• Use a direct current (DC or VDC) fire bell if the device will rely on battery power or electronics with low-voltage output (like most control panels).
  • Avoid connecting a low-voltage device to a high-voltage power source. Too much voltage can destroy sensitive electronic components, causing short circuits and overheating.

The specifics will vary: some control panels, for example, may use slightly different voltages, or may even operate on AC power. Always keep in mind that electricity is dangerous. Use common sense, follow any safety warnings provided, and, if you’re at all unsure about doing this yourself, don’t try it. Seek assistance from a qualified electrician.

Fire Alarm Bells

Most fire bells are very, very loud—and the volume often (but not always) increases with the bell’s size

A bigger fire bell doesn’t always make more noise. From a few feet away, most are as loud as 80, 90, or even 100 decibels (dB). That’s somewhere between the noise produced by a garbage disposal and a lawnmower.

DIY-ers (and others using wall-mounted bells for reasons other than fire safety) can take a page from the fire protection world. Bells need to be louder than ambient sound levels to be heard.

We’ve looked at this topic in some depth before. Each ten-decibel increase represents a ten-fold increase in the sound’s power. An 80dB bell is ten times as loud as a 70db one, 90dB is ten times as loud as 80dB, and so on. A rule of thumb in fire protection is that the bell’s sound should be 15dB over average ambient noise levels.

Remember, though, that the volume heard will decrease as listeners get farther and farther away. A 96-decibel bell is only that loud from a fixed distance—usually ten feet. It’s roughly six decibels quieter each time that distance doubles (although the exact amount varies with the carpets, ceilings, and other materials featured in the room).

Graphic of sound distance

Notice how the decrease between 1 and 2 meters (90 – 84 = 6) is the same between 2 and 4 meters (84 – 78 = 6). Another six-decibel decline takes place at 8 meters, 16, 32, and so on. Source: Wikimedia Commons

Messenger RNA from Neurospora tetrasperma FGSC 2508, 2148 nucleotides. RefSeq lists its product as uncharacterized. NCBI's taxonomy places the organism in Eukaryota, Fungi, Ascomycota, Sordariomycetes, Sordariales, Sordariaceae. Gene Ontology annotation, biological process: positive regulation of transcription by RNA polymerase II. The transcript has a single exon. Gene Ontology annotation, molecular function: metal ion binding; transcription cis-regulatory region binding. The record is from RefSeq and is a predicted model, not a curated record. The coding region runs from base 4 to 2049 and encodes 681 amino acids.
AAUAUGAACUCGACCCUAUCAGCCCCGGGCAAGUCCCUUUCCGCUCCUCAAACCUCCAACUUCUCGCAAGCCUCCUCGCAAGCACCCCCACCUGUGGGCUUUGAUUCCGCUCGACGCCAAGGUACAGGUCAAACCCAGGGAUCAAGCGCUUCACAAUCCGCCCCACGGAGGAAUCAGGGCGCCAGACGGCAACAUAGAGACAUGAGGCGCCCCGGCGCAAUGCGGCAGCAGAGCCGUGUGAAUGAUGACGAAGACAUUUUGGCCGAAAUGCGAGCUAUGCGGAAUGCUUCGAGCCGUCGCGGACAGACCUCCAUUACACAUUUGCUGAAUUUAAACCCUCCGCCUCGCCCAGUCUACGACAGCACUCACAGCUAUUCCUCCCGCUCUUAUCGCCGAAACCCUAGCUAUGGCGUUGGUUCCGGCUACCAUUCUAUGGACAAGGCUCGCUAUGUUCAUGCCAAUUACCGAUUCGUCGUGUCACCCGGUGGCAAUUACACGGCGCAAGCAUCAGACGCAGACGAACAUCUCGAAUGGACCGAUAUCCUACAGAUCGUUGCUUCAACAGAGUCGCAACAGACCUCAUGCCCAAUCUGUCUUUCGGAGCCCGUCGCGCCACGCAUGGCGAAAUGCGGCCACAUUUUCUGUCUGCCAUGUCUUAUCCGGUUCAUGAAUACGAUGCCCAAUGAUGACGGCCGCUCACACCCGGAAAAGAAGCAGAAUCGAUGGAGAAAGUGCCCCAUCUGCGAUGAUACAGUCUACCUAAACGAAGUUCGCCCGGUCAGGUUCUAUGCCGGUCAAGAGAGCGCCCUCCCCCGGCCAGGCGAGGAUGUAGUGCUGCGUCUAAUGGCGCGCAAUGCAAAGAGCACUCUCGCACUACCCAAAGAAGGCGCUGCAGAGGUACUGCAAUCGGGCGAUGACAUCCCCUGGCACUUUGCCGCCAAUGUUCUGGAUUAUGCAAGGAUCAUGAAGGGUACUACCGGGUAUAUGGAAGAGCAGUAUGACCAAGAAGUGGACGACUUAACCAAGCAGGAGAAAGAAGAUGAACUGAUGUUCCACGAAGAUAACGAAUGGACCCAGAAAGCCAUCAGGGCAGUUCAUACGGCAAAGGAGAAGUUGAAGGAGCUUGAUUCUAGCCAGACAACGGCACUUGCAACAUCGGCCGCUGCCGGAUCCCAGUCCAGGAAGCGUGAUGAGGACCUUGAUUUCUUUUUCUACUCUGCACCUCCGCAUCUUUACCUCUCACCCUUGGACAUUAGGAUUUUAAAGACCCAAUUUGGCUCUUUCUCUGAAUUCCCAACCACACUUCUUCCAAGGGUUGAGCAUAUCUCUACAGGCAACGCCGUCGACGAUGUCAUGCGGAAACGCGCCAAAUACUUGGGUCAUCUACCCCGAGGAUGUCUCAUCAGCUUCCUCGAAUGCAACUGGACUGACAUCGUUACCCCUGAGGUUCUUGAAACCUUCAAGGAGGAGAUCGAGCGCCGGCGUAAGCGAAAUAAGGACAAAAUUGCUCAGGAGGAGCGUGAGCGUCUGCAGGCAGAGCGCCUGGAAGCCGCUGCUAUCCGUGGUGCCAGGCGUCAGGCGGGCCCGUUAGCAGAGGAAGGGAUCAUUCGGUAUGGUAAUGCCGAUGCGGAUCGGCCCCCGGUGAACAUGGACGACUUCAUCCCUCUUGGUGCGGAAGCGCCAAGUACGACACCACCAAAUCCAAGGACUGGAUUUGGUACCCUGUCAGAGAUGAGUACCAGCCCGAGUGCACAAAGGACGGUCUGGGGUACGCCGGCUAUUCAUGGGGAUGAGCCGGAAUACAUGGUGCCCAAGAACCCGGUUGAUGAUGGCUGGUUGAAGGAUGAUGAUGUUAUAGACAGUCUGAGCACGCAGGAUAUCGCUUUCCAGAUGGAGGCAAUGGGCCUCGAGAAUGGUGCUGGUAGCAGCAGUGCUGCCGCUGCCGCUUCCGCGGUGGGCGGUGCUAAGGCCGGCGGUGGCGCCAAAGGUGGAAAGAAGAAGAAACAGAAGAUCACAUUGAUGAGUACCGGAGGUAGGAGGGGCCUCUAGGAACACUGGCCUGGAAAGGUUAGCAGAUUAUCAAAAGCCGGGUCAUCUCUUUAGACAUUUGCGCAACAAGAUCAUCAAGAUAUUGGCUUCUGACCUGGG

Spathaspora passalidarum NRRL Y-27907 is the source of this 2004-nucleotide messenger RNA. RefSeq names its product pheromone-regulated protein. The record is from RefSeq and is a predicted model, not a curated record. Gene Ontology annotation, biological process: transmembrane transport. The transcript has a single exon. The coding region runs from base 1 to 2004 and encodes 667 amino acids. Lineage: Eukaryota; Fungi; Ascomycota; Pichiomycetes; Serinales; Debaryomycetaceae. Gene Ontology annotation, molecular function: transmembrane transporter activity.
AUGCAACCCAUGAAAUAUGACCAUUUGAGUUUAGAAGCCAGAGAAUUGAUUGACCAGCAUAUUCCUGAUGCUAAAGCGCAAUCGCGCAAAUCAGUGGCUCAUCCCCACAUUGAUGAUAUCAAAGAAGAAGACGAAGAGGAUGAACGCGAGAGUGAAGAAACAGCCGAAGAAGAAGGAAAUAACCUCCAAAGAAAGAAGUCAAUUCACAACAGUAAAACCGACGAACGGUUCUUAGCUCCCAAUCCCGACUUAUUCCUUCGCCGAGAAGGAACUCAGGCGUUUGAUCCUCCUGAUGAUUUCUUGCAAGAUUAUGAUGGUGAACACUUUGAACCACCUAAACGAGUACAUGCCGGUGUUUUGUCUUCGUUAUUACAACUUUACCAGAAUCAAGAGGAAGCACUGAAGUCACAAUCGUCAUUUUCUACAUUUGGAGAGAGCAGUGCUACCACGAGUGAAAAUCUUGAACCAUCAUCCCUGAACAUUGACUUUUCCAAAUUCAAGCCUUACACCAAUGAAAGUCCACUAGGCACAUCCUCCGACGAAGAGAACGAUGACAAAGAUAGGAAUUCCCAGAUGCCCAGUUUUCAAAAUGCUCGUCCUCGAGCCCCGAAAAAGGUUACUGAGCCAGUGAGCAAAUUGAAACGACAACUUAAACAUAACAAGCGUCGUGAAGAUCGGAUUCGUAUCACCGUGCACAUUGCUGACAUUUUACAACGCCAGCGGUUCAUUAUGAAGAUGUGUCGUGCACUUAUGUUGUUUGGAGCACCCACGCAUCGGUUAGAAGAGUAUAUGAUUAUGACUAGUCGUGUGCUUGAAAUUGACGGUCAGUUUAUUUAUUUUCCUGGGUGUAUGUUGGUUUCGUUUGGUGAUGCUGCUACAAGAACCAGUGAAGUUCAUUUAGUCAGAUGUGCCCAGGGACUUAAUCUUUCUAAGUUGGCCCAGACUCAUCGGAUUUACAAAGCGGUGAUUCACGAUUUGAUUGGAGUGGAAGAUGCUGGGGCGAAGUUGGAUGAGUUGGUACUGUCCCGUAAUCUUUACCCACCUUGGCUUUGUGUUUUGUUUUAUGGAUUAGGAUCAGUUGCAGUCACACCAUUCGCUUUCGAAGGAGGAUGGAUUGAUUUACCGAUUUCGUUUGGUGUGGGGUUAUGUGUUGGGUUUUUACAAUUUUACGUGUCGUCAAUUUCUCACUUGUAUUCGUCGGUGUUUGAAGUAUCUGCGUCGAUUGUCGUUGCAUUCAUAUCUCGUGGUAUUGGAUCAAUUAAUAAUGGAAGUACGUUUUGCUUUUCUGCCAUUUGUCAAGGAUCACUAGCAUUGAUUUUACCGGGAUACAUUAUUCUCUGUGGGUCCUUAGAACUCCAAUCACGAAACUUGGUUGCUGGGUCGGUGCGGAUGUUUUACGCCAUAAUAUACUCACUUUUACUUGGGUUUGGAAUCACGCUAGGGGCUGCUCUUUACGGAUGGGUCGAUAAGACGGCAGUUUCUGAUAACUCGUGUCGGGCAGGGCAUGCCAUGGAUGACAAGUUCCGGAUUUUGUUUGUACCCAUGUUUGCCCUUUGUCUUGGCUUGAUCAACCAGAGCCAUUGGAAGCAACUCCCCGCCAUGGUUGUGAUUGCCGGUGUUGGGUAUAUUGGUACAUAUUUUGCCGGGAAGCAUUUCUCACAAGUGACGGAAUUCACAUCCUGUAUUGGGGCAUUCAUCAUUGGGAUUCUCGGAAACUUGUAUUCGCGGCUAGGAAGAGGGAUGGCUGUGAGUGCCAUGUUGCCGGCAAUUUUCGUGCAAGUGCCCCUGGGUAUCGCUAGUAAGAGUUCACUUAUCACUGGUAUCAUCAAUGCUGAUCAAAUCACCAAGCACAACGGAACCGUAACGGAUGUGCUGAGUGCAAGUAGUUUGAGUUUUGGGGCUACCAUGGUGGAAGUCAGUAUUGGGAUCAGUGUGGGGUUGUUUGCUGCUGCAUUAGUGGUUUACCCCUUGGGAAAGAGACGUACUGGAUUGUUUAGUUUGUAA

The numbers confirm common sense: louder bells can be heard over (much) longer distances

Let’s consider how loud a 96-decibel bell will be at various distances. If you take these figures—and compare them with the ambient noise levels in a given building—you’ll find that a high-decibel fire bell can be heard at great distances in all but the loudest rooms:

  • 90dB at 20 feet
  • 85 dB at 35.5 ft
  • 80 dB at 63 feet
  • 75 dB at 112 feet
  • 70 dB at 200 feet

Compare that with typical ambient noise levels that are offered in table A.18.4.3 of NFPA 72: National Fire Alarm and Signaling Code (a volume of rules governing the installation of fire alarm systems). These averages are inexact—but they’re a good starting point, especially for consumers who use bells for other reasons.

  • Businesses (~55dB ambient sound): a fire bell of 70dB or more is needed.
  • Churches, restaurants, and theaters (~55dB ambient sound): 70dB or more needed.
  • Grocery stores, department stores, and gas stations (~40dB ambient sound): 55dB or more needed.
  • Hospitals, nursing homes, and prisons (~50dB ambient): 65dB or more needed.
  • Industrial facilities (~80dB ambient): 95dB or more needed.
  • Mechanical rooms (~85dB ambient): 100dB or more needed.
  • Outdoor walkways (~40-70dB ambient): 55-85dB or more needed.
  • Piers and water-surrounded structures (~40dB ambient): 55dB or more needed.
  • Residential buildings (~35dB ambient): 50dB or more needed.
  • Schools and universities (~45dB ambient): 60dB or more needed.
  • Storage facilities (~30dB ambient): 45dB or more needed.
  • Underground structures and windowless buildings (~40dB ambient): 55dB or more needed.